A funny and heartwarming movie, watched only with subtitles and no sound. :-)  Later, as Mike and I travel around Iceland, we notice the multitudes of golf courses and can’t help but think fondly of these Icelandic characters.

me at Dulles International Airport, waiting for our flight to Iceland
me at Dulles International Airport, waiting for our flight to Iceland

When we arrive at the Keflavik Airport at 11:40 pm, we have to deal with the Budget Rental Car person, who tries to charge us over $600 for car insurance.  Iceland is extremely expensive in every way imaginable, so we’ve already paid a fortune for the rental car — about $1,200 for 11 days!  Our confirmation isn’t clear on whether we’d purchased car insurance when we’d booked, and we honestly can’t remember.  In one place on our confirmation, it says we have the Collision Damage Waiver, and in another place it says we have only travel insurance.  The woman at the Budget counter tells us she has no record of any insurance purchased.  After much confusion, we decline the coverage, figuring the credit card that we used for booking through CheapTickets.com provides coverage.  We do opt to rent the Garmin GPS, to help us navigate our way around Iceland.

When we exit the airport in pouring rain, we search the parking lot for a red VW Polo.  When we finally find it, we try like hell to get the trunk open but our key doesn’t seem to do it, and we can’t figure out how to open it in the dark.  Finally we throw both our suitcases in the back seat and try to start the car.  It won’t start.  It’s like a Three Stooges movie, but with only two stooges!  As Mike tries unsuccessfully to start the car, I notice instructions on the dashboard to put your foot on the brake to start the car.  What amazing things happen when you read directions!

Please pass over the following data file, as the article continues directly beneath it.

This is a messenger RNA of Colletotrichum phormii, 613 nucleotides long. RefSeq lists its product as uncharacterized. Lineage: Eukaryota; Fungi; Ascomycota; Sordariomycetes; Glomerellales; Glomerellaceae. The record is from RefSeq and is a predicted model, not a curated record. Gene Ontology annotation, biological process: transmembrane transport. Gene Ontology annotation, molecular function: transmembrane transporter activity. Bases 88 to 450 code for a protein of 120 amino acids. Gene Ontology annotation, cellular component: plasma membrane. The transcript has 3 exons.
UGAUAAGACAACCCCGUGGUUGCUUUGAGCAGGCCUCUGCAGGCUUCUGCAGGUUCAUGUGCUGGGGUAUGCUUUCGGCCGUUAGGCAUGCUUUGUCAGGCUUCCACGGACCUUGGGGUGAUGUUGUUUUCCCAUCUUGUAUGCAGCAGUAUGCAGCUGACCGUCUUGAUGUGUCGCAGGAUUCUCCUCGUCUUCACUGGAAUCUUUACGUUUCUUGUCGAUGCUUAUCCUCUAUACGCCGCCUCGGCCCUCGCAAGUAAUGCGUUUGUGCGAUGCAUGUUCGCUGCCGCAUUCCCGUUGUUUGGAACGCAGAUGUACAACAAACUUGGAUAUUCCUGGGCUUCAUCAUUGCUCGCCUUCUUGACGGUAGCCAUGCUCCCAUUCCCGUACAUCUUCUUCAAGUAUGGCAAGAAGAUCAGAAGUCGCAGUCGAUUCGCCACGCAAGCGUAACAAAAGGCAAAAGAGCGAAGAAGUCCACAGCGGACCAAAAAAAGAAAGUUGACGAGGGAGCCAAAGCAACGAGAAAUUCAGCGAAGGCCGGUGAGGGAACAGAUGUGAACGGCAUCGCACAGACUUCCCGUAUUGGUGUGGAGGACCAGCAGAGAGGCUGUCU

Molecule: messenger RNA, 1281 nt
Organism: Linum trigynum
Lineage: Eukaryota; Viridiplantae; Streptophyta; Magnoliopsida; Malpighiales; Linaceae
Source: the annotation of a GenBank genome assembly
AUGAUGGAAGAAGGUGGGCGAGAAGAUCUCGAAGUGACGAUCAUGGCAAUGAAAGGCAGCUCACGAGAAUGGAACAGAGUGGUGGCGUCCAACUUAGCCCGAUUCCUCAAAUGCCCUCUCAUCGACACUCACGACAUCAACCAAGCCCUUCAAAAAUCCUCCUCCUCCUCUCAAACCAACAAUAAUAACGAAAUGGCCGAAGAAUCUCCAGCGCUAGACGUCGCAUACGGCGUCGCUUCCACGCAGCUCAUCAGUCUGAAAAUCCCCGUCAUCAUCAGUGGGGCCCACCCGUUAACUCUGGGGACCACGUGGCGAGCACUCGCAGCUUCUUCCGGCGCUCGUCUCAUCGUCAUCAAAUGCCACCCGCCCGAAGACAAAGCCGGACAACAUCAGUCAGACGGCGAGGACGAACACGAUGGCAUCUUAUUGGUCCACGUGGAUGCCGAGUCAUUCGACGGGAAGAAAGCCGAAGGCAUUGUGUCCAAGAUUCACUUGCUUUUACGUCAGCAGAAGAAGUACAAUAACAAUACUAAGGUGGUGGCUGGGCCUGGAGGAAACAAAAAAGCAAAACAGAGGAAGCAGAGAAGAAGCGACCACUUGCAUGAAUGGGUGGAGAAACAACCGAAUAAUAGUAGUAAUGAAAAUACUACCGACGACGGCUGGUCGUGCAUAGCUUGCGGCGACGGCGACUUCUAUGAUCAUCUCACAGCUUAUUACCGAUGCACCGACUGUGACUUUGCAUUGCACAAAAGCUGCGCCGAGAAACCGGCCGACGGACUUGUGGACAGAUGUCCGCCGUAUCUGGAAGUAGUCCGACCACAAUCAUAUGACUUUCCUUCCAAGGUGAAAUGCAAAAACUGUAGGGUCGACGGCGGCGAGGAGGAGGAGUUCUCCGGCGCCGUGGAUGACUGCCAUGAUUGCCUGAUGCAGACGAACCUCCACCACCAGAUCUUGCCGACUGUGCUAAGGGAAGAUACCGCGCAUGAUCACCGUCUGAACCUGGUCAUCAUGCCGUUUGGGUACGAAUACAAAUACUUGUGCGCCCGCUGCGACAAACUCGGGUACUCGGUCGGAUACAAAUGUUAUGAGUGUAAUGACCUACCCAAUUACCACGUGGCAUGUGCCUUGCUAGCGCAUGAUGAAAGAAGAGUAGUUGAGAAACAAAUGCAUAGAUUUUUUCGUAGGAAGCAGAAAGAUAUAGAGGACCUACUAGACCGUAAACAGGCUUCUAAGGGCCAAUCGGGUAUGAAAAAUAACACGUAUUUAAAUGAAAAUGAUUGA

Next, we have to figure out how to use the Garmin.  We’re used to using our phones for directions, but neither of our phones work here.  We keep putting in the address of the BGB Guesthouse, Hafnargata 58,  but the Garmin says the address isn’t found.  We figure we’ll try to find it using Mike’s printed directions, but they’re pathetic and we can barely see them in the dark.  We end up driving around in circles in the airport parking lot about three times before finding our way out.  Finally, after driving in the dark rain for a while, not having any idea where we’re going, we find the Ace Guesthouse, which is open.  A woman inside tells Mike to “go to the lights and turn right” to find BGB Guesthouse.  I ask Mike what lights she is talking about?  We drive down the road and see many lights but finally we come to some low traffic signals and turn right.  We’re still not on the right road, but I see the sign for Hafnargata intersecting our road.  We head down Hafnargata and finally come to #58, BGB Guesthouse.  We’ve been given a code to get in as it’s a self-service guesthouse.  With the code, I open a lockbox and remove the key, but I can’t get it to work.  Finally, by 2:30 a.m., after many attempts, we find our way inside an itsy-bitsy room with birds flying above our pillows and reindeer on the pillows.  We collapse, relieved to finally reach our destination.